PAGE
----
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Eastern Europe
Eastern Europe
Europe
is the eastern part of the European continent. There is no consensus on the precise area it covers, partly because the term has a wide range of geopolitical, geographical, cultural, and socioeconomic connotations. There are "almost as many definitions of Eastern Europe
Europe
as there are scholars of the region".[1] A related United Nations
United Nations
paper adds that "every assessment of spatial identities is essentially a social and cultural construct".[2] One definition describes Eastern Europe
Europe
as a cultural entity: the region lying in Europe
Europe
with the main characteristics consisting of Greek, Byzantine, Eastern Orthodox, Russian, and some Ottoman culture influences.[3][4] Another definition was created during the Cold War and used more or less synonymously with the term Eastern Bloc
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East
East
East
is one of the four cardinal directions or points of the compass. It is the opposite direction from west.Contents1 Etymology 2 Navigation 3 Cultural 4 See also 5 References 6 External linksEtymology[edit] The word east comes from Middle English
Middle English
est, from Old English
Old English
ēast, which itself comes from the Proto-Germanic *aus-to- or *austra- "east, toward the sunrise", from Proto-Indo-European *aus- "to shine," or "dawn".[1] This is similar to Old High German
Old High German
*ōstar "to the east", Latin
Latin
aurora "dawn", and Greek ēōs ἠώς.[2] Ēostre, a Germanic goddess of dawn, might have been a personification of both dawn and the cardinal points. Navigation[edit] By convention, the right hand side of a map is east. This convention has developed from the use of a compass, which places north at the top
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Culture Of The Ottoman Empire
Ottoman culture evolved over several centuries as the ruling administration of the Turks absorbed, adapted and modified the cultures of conquered lands and their peoples. There was a strong influence from the customs and languages of Islamic societies, Turkish "the official language for the Empire, notably Arabic because of the origins of Islam, while Persian culture had a significant contribution through the heavily Persianized Seljuq Turks, the Ottomans' predecessors
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State (polity)
A state is a compulsory political organization with a centralized government that maintains a monopoly of the legitimate use of force within a certain geographical territory.[1][2] Many human societies have been governed by states for millennia, however for most of pre-history people lived in stateless societies. The first states arose about 5,500 years ago in conjunction with rapid growth of cities, invention of writing, and codification of new forms of religion. Over time, a variety of different forms developed, employing a variety of justifications for their existence (such as divine right, the theory of the social contract, etc.). Today, however, the modern nation-state is the predominant form of state to which people are subject. Some states are sovereign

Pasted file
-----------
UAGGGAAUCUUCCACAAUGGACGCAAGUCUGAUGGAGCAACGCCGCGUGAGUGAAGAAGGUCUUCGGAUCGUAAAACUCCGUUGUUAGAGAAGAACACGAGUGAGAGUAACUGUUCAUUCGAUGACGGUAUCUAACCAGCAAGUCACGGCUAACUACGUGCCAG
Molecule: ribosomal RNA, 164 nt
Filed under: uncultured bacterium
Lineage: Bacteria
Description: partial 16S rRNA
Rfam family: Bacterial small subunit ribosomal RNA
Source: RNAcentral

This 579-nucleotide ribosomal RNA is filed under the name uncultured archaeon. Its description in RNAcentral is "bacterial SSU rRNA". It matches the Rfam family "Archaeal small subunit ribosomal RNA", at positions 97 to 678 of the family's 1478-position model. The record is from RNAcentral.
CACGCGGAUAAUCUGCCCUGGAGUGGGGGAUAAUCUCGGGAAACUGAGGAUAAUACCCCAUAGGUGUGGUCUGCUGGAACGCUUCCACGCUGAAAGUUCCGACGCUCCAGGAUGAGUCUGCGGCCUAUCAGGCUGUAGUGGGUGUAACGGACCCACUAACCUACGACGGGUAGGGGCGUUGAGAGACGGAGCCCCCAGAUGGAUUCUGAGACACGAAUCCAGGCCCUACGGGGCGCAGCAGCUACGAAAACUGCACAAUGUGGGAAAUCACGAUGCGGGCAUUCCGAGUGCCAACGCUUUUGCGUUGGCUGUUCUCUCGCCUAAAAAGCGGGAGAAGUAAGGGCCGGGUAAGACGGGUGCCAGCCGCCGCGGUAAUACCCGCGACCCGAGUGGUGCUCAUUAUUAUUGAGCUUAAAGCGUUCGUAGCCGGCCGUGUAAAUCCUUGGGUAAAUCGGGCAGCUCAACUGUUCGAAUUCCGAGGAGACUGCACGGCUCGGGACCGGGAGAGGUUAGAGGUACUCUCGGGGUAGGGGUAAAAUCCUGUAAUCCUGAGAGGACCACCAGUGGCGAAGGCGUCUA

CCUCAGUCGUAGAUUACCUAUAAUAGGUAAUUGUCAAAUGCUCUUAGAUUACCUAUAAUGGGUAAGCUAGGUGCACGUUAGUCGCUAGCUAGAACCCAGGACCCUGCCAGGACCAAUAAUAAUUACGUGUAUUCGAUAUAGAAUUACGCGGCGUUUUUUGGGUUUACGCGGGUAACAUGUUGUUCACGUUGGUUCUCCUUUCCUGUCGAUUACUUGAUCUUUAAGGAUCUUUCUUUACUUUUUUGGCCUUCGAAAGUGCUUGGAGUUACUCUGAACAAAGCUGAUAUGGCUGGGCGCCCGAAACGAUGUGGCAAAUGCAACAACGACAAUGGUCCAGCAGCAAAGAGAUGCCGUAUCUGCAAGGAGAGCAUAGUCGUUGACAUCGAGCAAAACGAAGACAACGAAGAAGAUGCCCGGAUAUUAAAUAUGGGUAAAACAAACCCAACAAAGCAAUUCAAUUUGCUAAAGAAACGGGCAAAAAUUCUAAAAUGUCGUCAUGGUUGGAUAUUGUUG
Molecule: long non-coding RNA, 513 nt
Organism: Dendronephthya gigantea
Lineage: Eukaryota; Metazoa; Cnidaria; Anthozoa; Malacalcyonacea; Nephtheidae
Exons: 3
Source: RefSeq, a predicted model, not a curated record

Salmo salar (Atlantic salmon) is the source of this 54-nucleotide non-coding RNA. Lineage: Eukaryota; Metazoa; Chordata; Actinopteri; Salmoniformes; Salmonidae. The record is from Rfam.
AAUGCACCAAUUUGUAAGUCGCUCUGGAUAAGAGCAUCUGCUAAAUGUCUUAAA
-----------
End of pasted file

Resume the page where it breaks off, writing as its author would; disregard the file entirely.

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United Nations Statistics Division
The United Nations
United Nations
Statistics Division (UNSD), formerly the United Nations Statistical Office,[1] serves under the United Nations Department of Economic and Social Affairs (DESA) as the central mechanism within the Secretariat of the United Nations
United Nations
to supply the statistical needs and coordinating activities of the global statistical system. The Division is overseen by the United Nations Statistical Commission, established in 1947, as the apex entity of the global statistical system and highest decision making body for coordinating international statistical activities
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Protestant
Protestantism
Protestantism
is the second largest form of Christianity
Christianity
with collectively more than 900 million adherents worldwide or nearly 40% of all Christians.[1][2][3][a] It or
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Montenegro
Coordinates: 42°30′N 19°18′E / 42.500°N 19.300°E / 42.500; 19.300Montenegro Crna Gora (Serbo-Croatian) Црна Гора  (Serbo-Croatian)FlagCoat of armsAnthem:  Oj, svijetla majska zoro Ој, свијетла мајска зоро Oh, Bright Dawn of MayLocation of  Montenegro  (Green) in Europe  (Dark Grey)  –  [Legend]Capital and largest city Podgoricaa 42°47′N 19°28′E / 42.783°N 19.467°E / 42.783; 19.467Official languages Montenegrin[1]Other languages in official use[2]Serbian Bosnian Albanian CroatianEthnic groups (2011[3])44.6% Montenegrins 28.7% Serbs 8.6% Bosniaks 4.9% Albanians 0.9% Croats 13.5% OthersDemonym MontenegrinGovernment Unitary dominant-party parliamentary constitutional republic• PresidentFilip Vujanović• Prime MinisterDuško Markovi
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Western Christianity
Western Christianity
Christianity
is the type of Christianity
Christianity
which developed in the areas of the former Western Roman Empire.[1] Western Christianity consists of the Latin Rite
Latin Rite
of the Catholic Church
Catholic Church
(in contrast to the Eastern rites in communion with Rome) and a wide variety of Protestant denominations. The name "Western Christianity" is applied in order to distinguish these from Eastern Christianity. With the expansion of European colonialism from the Early Modern era, Western Christianity